HC-Lecture05-Foundations-for-Buildings

HC-Lecture05-Foundations-for-Buildings - Heavy Construction...

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Unformatted text preview: Heavy Construction Heavy Construction Lecture #05 Lecture #05 Foundations for Buildings L Prieto-Portar 2008 Major Assemblies of a Building. super-structure sub-structure foundations Primary Factors Affecting the Choice of Foundation: 1) Subsurface soils: The building must be placed on a soil that can carry the new load. In other words, that soil must have adequate “bearing capacity”. Therefore, the placement of the foundations will be at a depth where the bearing capacity will hold the building with an adequate factor of safety (FS>4). 2) Ground water conditions: If the water table is high, and bearing capacity is below that water table, then the Engineer needs to determine if a deep foundation must be used (usually more expensive than a shallow foundations by a factor of 10), or if a deep basement could be built with an expensive retaining wall system. 3) Construction access, methods & site conditions: Working space available. 4) Environmental factors: Noise to neighbors, disposal of water and debris. 5) Building Codes & Regulations: Wind for Miami = 146 mph, seismic in SF, etc. 6) Impact on surrounding structures: Clearances, undermining, vibrations, etc. 7) Construction schedule and risks: Litigation from neighbors, risks, safety of jobsite, etc. Types of Foundations. Shallow foundations: individual or isolated footings, continuous footing (also called a wall footing) combined footings (combines two or more columns on one footing) pedestal footings (bring the column out of moist ground) mat (or raft) footings (for large buildings or poor soil conditions) Deep foundations: piles (hammered into the ground) shafts (placed, called “in-situ”) augered (screwed into the ground, reinforced and then grouted) Retaining walls: reinforced concrete walls mechanically stabilized earth walls (MSE) flexible sheet pile walls cantilevered anchored braced cuts cofferdams Shallow Footings. Requirements . Shallow footings are the most economical and easiest to build. They can be used when the upper layers of the soil have good bearing capacity. Even poor soils may be easily improved by compaction, grouting or other techniques to take advantage of the economy of shallow footings. Below are shallow footings on firm clay soils. A line of spread footings for perimeter (lightly loaded) columns. Preparing the reinforcing steel for a continuous or wall footing. A finished continuous footing with steel dowels to reinforce the CMU walls. A line of spread footings tied together with a continuous footing.A line of spread footings tied together with a continuous footing....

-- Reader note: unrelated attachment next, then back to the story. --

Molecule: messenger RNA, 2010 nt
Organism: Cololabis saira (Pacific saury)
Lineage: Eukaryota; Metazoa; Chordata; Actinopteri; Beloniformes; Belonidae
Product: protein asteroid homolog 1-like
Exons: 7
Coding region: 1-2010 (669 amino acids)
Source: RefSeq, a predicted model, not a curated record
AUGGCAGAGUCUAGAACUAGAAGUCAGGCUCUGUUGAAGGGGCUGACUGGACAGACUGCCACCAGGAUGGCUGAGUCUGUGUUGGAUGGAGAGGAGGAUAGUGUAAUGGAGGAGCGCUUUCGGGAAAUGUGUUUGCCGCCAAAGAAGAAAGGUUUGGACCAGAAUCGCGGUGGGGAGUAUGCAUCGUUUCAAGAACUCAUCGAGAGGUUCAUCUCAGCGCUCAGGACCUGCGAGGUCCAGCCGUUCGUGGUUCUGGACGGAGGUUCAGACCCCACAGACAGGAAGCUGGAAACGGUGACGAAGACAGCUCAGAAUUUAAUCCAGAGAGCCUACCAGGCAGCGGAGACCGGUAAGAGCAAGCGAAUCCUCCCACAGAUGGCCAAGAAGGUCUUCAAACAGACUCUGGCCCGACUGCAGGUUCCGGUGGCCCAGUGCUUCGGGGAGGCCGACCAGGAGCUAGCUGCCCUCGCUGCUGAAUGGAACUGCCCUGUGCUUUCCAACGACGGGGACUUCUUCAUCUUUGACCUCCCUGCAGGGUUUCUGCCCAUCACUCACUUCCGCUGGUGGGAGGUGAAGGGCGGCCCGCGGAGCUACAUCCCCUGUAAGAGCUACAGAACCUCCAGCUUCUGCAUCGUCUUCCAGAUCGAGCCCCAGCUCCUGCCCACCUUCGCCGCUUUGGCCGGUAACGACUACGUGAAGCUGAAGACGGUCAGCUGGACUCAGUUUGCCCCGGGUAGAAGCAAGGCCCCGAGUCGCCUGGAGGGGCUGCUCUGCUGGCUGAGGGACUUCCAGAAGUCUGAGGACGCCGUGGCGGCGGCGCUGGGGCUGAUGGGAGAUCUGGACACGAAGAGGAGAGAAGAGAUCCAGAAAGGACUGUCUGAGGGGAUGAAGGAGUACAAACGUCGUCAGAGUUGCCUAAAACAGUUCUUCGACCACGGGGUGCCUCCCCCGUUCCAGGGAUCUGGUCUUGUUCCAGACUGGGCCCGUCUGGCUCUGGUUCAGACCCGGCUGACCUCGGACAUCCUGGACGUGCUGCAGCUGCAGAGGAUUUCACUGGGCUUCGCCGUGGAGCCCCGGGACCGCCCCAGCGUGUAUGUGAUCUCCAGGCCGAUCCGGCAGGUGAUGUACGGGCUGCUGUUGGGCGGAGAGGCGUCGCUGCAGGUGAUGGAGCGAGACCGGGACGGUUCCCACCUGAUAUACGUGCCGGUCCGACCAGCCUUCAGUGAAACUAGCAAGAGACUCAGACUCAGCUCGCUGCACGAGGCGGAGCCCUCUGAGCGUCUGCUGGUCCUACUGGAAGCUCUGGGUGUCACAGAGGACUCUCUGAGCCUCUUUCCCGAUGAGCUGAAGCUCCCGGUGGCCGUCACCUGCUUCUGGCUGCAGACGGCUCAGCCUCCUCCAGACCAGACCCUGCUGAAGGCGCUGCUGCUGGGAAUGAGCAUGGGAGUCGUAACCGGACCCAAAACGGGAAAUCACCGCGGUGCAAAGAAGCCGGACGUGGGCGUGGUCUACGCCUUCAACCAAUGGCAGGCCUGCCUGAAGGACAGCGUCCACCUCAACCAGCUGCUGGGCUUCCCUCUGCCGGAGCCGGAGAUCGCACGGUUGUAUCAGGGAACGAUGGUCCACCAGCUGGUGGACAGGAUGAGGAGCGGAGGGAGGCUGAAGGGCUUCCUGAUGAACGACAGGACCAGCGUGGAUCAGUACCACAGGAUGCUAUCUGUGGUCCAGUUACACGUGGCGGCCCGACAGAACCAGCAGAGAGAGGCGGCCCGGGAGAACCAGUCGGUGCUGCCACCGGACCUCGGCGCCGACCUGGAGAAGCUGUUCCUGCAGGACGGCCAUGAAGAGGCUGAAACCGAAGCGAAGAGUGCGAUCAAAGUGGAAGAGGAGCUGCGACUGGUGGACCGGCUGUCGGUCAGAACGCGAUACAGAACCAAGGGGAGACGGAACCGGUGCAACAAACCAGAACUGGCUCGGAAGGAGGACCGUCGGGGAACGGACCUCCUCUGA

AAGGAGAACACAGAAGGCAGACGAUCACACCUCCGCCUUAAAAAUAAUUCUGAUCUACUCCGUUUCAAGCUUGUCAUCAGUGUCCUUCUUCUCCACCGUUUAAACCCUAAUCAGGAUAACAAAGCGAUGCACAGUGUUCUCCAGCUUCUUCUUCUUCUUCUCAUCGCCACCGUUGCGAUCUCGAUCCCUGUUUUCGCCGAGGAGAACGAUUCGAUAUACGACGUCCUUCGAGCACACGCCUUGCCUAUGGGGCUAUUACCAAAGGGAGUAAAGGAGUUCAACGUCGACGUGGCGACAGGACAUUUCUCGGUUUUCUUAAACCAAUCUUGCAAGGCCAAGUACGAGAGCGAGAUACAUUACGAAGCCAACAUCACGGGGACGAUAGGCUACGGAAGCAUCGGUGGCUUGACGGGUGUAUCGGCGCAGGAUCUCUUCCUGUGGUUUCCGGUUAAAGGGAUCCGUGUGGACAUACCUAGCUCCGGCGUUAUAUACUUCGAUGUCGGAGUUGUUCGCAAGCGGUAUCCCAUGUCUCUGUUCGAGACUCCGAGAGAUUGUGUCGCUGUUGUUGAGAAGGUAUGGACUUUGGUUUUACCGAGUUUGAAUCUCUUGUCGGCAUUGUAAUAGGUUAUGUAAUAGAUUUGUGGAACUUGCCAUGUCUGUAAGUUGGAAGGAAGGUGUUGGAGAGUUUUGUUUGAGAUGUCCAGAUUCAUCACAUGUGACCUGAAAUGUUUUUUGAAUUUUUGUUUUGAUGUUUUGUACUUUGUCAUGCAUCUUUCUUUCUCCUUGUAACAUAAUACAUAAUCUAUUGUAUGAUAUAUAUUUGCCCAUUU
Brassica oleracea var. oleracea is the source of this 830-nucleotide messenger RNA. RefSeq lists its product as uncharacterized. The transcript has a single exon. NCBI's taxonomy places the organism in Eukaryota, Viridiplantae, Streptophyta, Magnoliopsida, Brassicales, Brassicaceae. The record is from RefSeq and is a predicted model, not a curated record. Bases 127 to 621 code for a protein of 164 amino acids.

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This note was uploaded on 09/15/2011 for the course CCE 4001 taught by Professor Staff during the Fall '08 term at FIU.

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HC-Lecture05-Foundations-for-Buildings - Heavy Construction...

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